Lasted edited by Andrew Munsey, updated on June 15, 2016 at 1:13 am.
• Congress:Top 100 Technologies -- RD (Main20)
• Congress:Bylaws (rd)
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Standard Deviation Abberations in Voting for NEC's Top 100 Energy Technologies
We should establish an algorithms to see how far outside the "average tally" a given person's vote falls. If it is substantial, then the control panel could notify the person that their vote is substantially removed from the standard deviation, and that they might want to reconsider their stance. An exception would be if they voted "abstain" or "need more time."
Likewise, if a given person tends to vote far removed from the standard deviation in a lot of instances, that could be brought to the attention of an NEC membership committee for membership plausibility considerations. This would be ascertained in relation to other NEC members. The "top five" standard deviation mavericks would be noted for the NEC membership committee.
The program would then report the instances of standard deviation variance, with most severe listed first. Whether they consistently vote high or low, or a combination (all over the place), any of these might suggest incompetence or unsuitability.
Sometimes those who vote far outside the norm are among the most qualified members, and they have a significant reason for doing so. If the member thinks they have a reason for voting high/low that the other members are not considering, then they should present their case to the NEC so they can likewise adjust their votes. For this reason, a "comments" field should be available with each vote cast, so that such a reason may be supplied.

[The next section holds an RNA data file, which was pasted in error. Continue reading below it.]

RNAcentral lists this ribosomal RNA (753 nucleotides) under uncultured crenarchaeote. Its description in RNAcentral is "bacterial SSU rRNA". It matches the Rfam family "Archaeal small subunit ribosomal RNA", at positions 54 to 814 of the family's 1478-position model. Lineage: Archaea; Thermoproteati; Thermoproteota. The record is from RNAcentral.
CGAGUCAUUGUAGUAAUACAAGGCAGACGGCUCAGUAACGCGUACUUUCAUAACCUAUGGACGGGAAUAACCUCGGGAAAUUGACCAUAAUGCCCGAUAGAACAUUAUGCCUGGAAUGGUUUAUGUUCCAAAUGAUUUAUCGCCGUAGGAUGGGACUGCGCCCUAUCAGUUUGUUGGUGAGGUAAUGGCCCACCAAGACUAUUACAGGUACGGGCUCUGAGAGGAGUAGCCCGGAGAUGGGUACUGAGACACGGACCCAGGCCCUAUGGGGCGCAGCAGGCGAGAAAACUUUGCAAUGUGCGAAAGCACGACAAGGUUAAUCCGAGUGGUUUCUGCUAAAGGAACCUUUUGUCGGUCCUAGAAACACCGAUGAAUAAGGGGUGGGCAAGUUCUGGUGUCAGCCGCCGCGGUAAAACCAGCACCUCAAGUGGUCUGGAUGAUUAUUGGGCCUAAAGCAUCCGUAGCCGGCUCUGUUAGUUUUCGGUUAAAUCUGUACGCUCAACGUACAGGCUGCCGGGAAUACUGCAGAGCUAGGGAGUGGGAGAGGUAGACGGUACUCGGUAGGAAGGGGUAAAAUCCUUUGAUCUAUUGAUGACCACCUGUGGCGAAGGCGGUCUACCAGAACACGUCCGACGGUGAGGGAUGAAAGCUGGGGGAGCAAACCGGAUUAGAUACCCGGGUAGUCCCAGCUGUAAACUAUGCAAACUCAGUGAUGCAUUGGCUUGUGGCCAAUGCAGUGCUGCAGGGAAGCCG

A similar algorithm could be run for the lay members participating in voting. If their votes fall sufficiently outside the standard deviation, then their "opinion" will be considered suspect. Either they are mindlessly entering information, or they don't know what they are doing and their voting privilege will be revoked, and/or their votes not counted.
In order to take such an action, though, there ought to be a minimum number of votes cast in order to have an adequate statistical sampling by which to determine sufficient variance.
Furthermore, there could be a feature evoked at the time a vote is cast. If there are at least a minimum number of votes by which to determine wide variance of the new vote cast, a notice could immediately be posted to the person, informing them that their vote is far removed from the average vote normally cast for that matter. They would be invited to provide a reason for their aberrant vote. If the vote is abnormally high, maybe they have insider information, e.g. they've seen the technology working. Their witness to that might then sway others to adjust their vote. If their vote is abnormally low, maybe they have tested the device or know someone who has, and the results were negative. Etc.
A variation of this algorithm would be a "vote spread factor". The less that is known about a technology, the more the vote might tend to sway high and low. Technologies with a wide vote spread should be noted as such, so that people know that the score is hazy. Technologies with a more narrow spread, likewise, should be noted as such with an appropriate label to the effect of "laser focus."
Congress:Technology Review Protocol - protocol for submitting and reviewing individual technologies.
- New Energy Congress main page